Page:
Dietitians Tell Us How To Effectively Meal Plan For Weight Loss


This post has been updated since its initial publish date to include more expert insight.

Losing weight healthily doesn’t happen overnight, and is possible with the help of a balanced diet, regular exercise, ample hydration and a consistent sleep schedule. When focusing on all of these aspects to better your health, dietitians say there is one helpful rule or tip to follow before preparing your meals that can help your diet become more weight loss-friendly . Read on for insight, advice and suggestions from Dana Ellis Hunnes , PhD, MPH, RD, senior dietitian at UCLA medical center, Trista Best , MPH, RD, LD, registered dietitian at Balance One Supplements, and Lisa Richards , registered nutritionist and creator of The Candida Diet.

READ MORE: Dietitians Agree: These 6 Weight Loss Tips Should Be Followed For Life

Essential Tip: Plan Meals With A Food Journal

While you might have an idea of what you want to eat for breakfast, lunch and dinner when preparing for your day ahead, utilizing a food journal can help you keep track of not only exactly what you eat, but also portion sizes and amounts. Keeping organized, detailed lists that you can refer back to can greatly aid your weight loss journey by helping you feel more on track, Richards says. In addition, doing this can also help you find the foods that help you feel best after eating, and others that might not.

Richards explains that "when temptation to slide back into old habits hits you," it can be helpful to "have something to reflect back on as a reminder." This doesn't have to be a classic diary, she says, as it "can be a note, a picture, or anything else that reminds you of why you started putting your health first through your diet." This can also help you avoid "fad diet pitfalls that result in rapid weight loss," she notes. Rebound weight gain, she adds, is a "big hurdle for those initially wanting to lose weight." A diet "focused on whole foods with most common allergens removed can help boost metabolism and speed along sustainable weight loss," she continues, and keeping a food journal can help you accomplish this.

A food journal can also help your relationship with food become healthier, Best says, as you can gain a better understanding of your own needs and goals. "Mental health approaches to weight loss are almost, and in some cases more, important for obesity treatment and prevention than traditional medical treatment," she says. Best adds that "speaking to a mental health provider on the topic of food and weight can be the best first step to obesity treatment," and many will suggest keeping a journal.

"Mindful eating, also known as intuitive eating, may be a necessary practice to integrate into your eating habits as well," Best continues (and you can add this advice to your journal!) Your stalled weight loss, she points out, could be "a result of eating when you're not physically hungry, eating past your hunger, or any of the other principles that mindful (intuitive) eating shares." Mindful eating revolves around eating when you are truly hungry, Best says, and keeping track of this can help you understand your own metabolism, hunger cues, etc.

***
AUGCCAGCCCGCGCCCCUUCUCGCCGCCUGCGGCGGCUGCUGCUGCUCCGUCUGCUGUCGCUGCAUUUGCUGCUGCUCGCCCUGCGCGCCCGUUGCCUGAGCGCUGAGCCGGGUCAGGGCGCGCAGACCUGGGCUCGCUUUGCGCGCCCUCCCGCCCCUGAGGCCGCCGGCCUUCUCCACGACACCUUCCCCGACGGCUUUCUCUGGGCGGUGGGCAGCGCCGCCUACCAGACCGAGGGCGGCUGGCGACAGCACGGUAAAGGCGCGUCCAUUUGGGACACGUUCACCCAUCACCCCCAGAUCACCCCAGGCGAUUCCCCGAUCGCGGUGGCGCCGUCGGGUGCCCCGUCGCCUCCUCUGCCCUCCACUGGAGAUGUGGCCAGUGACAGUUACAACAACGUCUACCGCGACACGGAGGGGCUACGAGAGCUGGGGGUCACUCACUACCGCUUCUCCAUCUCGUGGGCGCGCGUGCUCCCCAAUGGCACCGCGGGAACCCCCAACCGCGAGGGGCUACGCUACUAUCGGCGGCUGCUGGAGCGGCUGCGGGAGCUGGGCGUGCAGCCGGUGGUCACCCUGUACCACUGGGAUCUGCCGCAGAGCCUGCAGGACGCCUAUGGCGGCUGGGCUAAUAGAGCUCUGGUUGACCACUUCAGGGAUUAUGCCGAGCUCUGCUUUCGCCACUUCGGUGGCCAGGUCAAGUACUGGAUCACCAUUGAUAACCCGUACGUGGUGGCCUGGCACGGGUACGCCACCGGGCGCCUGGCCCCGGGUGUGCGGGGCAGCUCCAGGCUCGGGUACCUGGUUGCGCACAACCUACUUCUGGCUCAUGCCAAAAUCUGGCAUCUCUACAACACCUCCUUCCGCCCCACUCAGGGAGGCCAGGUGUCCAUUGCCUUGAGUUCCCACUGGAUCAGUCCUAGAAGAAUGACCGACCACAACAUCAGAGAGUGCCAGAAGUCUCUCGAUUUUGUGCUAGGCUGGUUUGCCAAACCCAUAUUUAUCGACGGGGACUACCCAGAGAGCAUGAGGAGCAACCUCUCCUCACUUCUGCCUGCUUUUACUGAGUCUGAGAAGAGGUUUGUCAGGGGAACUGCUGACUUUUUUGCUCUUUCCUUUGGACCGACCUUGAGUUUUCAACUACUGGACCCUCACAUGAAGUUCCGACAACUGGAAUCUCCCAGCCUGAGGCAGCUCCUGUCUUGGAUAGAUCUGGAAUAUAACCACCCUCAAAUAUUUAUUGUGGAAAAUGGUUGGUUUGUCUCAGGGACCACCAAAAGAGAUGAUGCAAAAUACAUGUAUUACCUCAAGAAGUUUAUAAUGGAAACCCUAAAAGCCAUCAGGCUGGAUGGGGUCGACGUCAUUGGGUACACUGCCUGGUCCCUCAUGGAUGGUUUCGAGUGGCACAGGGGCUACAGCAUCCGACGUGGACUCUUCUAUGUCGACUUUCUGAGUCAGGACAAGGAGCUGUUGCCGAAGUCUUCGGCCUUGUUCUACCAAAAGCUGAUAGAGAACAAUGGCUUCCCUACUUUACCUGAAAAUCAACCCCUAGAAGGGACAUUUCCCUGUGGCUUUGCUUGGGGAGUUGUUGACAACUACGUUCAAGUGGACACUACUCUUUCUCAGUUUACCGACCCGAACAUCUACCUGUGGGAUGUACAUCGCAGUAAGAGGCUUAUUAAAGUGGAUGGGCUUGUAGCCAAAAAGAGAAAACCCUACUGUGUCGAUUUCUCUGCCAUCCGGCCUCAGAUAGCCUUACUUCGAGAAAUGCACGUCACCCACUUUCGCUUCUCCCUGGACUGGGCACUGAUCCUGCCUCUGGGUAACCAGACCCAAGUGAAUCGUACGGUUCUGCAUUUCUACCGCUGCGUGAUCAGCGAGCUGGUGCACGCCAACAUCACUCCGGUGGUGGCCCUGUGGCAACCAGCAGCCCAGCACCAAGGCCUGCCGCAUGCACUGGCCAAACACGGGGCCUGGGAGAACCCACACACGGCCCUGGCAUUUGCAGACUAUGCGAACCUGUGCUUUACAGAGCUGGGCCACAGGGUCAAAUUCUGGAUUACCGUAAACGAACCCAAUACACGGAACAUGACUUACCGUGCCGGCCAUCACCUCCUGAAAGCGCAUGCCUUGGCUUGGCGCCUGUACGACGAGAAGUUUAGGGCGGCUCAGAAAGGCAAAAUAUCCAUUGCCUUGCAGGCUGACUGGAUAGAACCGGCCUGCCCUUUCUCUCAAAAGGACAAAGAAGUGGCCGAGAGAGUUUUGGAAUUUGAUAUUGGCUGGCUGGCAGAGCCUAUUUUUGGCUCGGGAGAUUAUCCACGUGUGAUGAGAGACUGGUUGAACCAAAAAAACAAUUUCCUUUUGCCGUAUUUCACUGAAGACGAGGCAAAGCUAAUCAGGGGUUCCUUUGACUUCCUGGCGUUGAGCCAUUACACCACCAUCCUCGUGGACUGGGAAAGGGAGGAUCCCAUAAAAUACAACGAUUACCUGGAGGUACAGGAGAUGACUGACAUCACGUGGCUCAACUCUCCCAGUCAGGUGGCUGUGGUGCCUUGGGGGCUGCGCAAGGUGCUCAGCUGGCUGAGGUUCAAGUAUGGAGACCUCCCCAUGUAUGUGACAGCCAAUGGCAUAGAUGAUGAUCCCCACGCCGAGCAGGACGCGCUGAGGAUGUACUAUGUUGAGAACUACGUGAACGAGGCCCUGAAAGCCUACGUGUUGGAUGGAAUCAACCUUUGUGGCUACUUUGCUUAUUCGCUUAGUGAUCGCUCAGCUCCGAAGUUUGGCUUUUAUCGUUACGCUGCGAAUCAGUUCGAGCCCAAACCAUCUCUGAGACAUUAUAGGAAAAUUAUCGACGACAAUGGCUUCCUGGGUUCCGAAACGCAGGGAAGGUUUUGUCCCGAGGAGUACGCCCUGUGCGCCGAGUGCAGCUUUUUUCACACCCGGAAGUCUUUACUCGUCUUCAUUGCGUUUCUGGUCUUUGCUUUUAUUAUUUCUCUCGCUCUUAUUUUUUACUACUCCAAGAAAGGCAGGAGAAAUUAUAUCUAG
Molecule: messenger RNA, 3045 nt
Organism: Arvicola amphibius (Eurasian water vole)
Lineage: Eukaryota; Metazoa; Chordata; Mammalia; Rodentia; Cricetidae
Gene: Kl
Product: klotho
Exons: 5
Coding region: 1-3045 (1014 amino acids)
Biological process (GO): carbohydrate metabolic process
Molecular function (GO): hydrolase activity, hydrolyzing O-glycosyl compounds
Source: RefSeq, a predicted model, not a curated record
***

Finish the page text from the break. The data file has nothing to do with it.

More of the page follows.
Hunnes stresses that when it comes to weight loss, she "doesn't believe in deprivation," as "walking around hungry is not fun and is a setup for failure." She recommends "thinking of foods as a lifestyle that you intend to follow lifelong, as it takes you out of the mindset of yo-yo dieting, or crash diets and then going back to your prior way of eating."

When making notes for yourself in your journal, Hunnes says to "switching to a whole-food, plant-based diet gives you an abundance of healthy nutrients, lower calories, and more water (anti-inflammatory foods), and is low in salt and higher in potassium. (Whole grains, nuts, seeds, legumes, fruits, vegetables)." This switch, she notes, "can result in several pounds of water weight loss off the bat and is healthy and a lifestyle change that is sustainable for weight loss and maintenance where you’re not walking around hungry."

Overall, slow and steady wins the race when it comes to weight loss, Richards concludes, as "sustainable weight loss methods will typically result in a 1 to 2 pound loss per week." It is important to focus on "sustainable weight loss methods" because extreme methods that may be effective initially will "ultimately result in rebound weight gain," she warns. "Some of the best approaches to weight loss do not require significant calorie restriction, long exercise periods, or cutting out major food groups or macronutrients," Richards adds, pointing to a food journal as a great next step for your journey.

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